Project Laguna got a weekend makeover last year. I peeled off most of the NASCAR graphics, swapped the 15-inch steelies for some 17x9 YearOne Five-Spoke Rally wheels, and converted the side-exit no-muffler exhaust to Flowmaster Super 40s with turndowns. It’s like having a completely different car, and it cost way less than a new project.
Hot rodding is based on the three-part concept that you obtain a neglected car in need of some TLC, you spend an indeterminate amount of money and time love rubbing it back to life, then you ride off into the sunset in its golden years. End of story, right? That sequence sounds like a pretty good plan, but it’s rarely the way it happens. You see, guys are scumbags. Just ask any woman. Guy meets girl, they fall in love, then months, years, or even decades down the line, the guy gets a case of the stink-eye for the cute cashier down at the Piggly Wiggly. He may act on that, or he might not, but let’s be honest; whether we’re talking about women or cars, men just aren’t terribly faithful. In the course of hot rodding—and it’s true that most hot rodders are guys—we tend to wander off the reservation way too often. (Disclaimer: This is not necessarily an admission of guilt on the part of the author!)
We get midway through a project, only for another fancier one to come rolling along. Look at your local Craigslist and you’ll see a ton of abandoned projects that have hit the bricks unceremoniously. In another scenario, we finish a car, only to promptly get bored with it. This riding-into-the-sunset-with-the-perfect-car business is a universal ideal all hot rodders seem to hold in high esteem, but very few guys actually pull off. I don’t think it’s for a lack of money or time either. I’ve seen a lot of guys finish some great cars over a 10-year period while spending only a few hundred clams at a time. It really is possible to accomplish something great on the most meager of budgets. No, something else is at play here. The culprit is an automotive wanderlust—the desire for “strange” iron.
When it comes to automotive unfaithfulness, a lot of guys go big. I know guys who own dozens and even hundreds of cars. “Car hoarders” come in two flavors—rich guys who can afford to restore ’em, and everybody else who just likes to collect jalopies. (Ever notice how most of them are Mopar guys? You ever met a Mopar guy who owned “just” four or five? That’s what I thought.) At the risk of mixing metaphors, these guys are like the cat ladies of the hobby who for all their good rescue intentions just ignore the plaintive mewling from the starving classics rotting away in their backyards. Oh, the humanity. There must be a better way!
But back to the unfaithfulness. Obviously, a car won’t care if your eye begins to wander, while your better half will probably slap you upside your head if you look at another woman. There is one other big difference between women and cars, and it’s a biggie. You can’t change your woman, but you can change your car. Heck yeah. While your woman would be deeply offended if you suggest she dress up like another woman, your ride ain’t gonna say jack.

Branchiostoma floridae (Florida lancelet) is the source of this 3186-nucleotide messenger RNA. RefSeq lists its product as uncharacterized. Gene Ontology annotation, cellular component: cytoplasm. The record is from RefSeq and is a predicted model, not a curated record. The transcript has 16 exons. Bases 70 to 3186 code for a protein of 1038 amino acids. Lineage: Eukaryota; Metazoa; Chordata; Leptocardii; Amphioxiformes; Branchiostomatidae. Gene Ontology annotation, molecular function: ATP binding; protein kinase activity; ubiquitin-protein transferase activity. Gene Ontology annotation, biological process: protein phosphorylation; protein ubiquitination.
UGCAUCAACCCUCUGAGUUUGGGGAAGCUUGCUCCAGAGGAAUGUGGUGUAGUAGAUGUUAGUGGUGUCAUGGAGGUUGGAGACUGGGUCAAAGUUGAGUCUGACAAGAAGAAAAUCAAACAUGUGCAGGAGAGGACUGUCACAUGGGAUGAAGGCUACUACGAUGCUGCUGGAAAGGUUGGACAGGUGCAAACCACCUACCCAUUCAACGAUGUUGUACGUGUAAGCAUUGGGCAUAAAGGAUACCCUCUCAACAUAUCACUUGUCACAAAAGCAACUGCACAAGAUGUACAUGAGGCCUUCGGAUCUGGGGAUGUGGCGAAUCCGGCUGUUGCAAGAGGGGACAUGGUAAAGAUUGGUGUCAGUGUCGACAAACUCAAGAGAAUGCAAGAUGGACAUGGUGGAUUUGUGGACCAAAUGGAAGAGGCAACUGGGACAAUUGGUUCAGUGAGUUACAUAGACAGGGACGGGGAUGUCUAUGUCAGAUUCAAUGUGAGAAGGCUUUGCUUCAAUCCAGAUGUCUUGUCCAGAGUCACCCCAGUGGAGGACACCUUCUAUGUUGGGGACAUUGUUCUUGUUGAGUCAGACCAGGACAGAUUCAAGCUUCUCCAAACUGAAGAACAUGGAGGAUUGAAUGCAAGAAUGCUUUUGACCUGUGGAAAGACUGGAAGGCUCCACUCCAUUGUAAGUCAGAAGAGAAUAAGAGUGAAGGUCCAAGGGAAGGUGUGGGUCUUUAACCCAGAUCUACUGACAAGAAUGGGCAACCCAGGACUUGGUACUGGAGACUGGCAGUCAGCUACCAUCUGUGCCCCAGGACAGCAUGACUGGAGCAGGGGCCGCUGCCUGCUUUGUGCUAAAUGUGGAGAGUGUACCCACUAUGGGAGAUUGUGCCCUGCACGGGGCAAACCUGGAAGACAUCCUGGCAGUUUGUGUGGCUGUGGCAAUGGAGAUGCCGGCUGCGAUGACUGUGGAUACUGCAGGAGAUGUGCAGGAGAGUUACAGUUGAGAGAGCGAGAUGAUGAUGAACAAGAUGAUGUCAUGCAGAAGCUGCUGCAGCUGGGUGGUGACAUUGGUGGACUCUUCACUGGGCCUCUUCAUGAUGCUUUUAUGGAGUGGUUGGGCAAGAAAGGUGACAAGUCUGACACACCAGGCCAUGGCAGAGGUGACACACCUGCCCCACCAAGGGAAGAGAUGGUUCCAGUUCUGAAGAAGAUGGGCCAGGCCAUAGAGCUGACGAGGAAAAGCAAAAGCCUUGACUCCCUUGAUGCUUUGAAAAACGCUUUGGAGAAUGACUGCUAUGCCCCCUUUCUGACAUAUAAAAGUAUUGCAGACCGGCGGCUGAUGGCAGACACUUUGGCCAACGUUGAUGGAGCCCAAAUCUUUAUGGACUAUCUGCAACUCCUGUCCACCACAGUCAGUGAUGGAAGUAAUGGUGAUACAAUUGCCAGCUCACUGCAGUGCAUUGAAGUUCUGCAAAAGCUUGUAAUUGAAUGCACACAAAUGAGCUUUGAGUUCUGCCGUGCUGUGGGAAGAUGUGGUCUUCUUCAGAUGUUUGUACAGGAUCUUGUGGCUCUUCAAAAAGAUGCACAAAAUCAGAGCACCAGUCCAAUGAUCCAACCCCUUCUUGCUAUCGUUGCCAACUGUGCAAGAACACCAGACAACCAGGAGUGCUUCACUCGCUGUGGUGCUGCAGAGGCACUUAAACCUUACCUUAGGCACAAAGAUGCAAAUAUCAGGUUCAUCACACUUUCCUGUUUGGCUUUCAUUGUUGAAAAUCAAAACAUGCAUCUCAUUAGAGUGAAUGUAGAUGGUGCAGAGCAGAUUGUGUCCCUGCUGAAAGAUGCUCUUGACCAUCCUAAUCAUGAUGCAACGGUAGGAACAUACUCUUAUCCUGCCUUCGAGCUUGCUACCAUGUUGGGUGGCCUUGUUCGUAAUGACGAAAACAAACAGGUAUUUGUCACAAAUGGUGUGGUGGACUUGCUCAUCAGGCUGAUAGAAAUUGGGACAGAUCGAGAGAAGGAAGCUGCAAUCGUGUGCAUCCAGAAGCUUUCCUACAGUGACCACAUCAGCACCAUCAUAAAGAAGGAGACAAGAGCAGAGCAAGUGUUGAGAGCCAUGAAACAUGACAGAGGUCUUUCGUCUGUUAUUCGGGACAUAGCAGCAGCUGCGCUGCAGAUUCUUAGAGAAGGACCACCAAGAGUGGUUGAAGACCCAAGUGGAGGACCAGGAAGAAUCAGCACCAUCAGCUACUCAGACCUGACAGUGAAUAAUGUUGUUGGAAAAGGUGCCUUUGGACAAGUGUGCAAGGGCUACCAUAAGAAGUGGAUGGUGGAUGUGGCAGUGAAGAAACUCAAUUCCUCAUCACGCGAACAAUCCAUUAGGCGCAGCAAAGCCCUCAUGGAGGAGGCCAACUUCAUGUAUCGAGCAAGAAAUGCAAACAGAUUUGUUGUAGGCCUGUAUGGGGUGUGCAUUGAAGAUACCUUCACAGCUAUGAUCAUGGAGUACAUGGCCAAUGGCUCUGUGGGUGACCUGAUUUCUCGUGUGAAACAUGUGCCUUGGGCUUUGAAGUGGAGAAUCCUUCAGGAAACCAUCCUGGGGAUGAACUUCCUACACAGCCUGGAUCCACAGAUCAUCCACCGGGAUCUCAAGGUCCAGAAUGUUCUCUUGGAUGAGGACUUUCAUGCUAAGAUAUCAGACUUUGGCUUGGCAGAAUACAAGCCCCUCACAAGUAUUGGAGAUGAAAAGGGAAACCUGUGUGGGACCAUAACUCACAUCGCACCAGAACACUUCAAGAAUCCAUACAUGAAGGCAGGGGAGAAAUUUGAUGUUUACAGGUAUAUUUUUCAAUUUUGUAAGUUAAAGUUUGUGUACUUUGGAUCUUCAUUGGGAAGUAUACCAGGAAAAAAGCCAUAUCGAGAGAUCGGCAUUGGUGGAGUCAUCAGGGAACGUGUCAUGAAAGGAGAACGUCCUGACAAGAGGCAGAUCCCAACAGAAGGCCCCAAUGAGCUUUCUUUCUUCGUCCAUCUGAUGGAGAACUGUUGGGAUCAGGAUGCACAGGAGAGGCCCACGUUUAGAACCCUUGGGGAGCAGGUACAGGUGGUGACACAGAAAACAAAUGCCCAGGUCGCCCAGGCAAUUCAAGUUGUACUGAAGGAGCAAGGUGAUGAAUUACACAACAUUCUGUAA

We are mindful of the fact that 3 percent of PHR’s readers are female hot rodders. From where we stand, you ladies do a darned good job of sticking with one car until it’s completed, and then you love it to death. You’ve done a really good job of embracing the traditional notion of seeing a project to completion, then enjoying if for the long haul. Now that’s emotional commitment! We rarely see automotive philandering or hoarding from the gals, and that’s admirable. The guys could learn a thing or two from them, and probably get a lot more projects completed. On behalf of all guy hot rodders, I’d like to ask your patience and forgiveness for our wayward car acquisition behavior when it strikes. We just can’t help it. Or can we?
We submit for your examination the Weekend Makeover issue. When the ol’ boat doesn’t put the same sparkle in your eye, don’t sell her off—turn her into a new machine. Chances are, you’ve done most of the hard work already. Why start on a new car with an unknown set of mechanical horrors just waiting to drain your wallet dry? Turn Beatrice into Brittney, Gertrude into Gabrielle, or Agnes into Adriana. Doing a weekend makeover on your existing project—either a finished one as in the case of Robert McGaffin’s ’65 Olds Cutlass, or a newly acquired one like the CorteX ’60 Starliner, both in this issue—has the benefits of minimal cost and little down time, while maximizing your hot rodding pleasure. We’re not kidding anybody by saying you’ll never want a new project, but a makeover sure is a fun, inexpensive alternative that’s worth a look!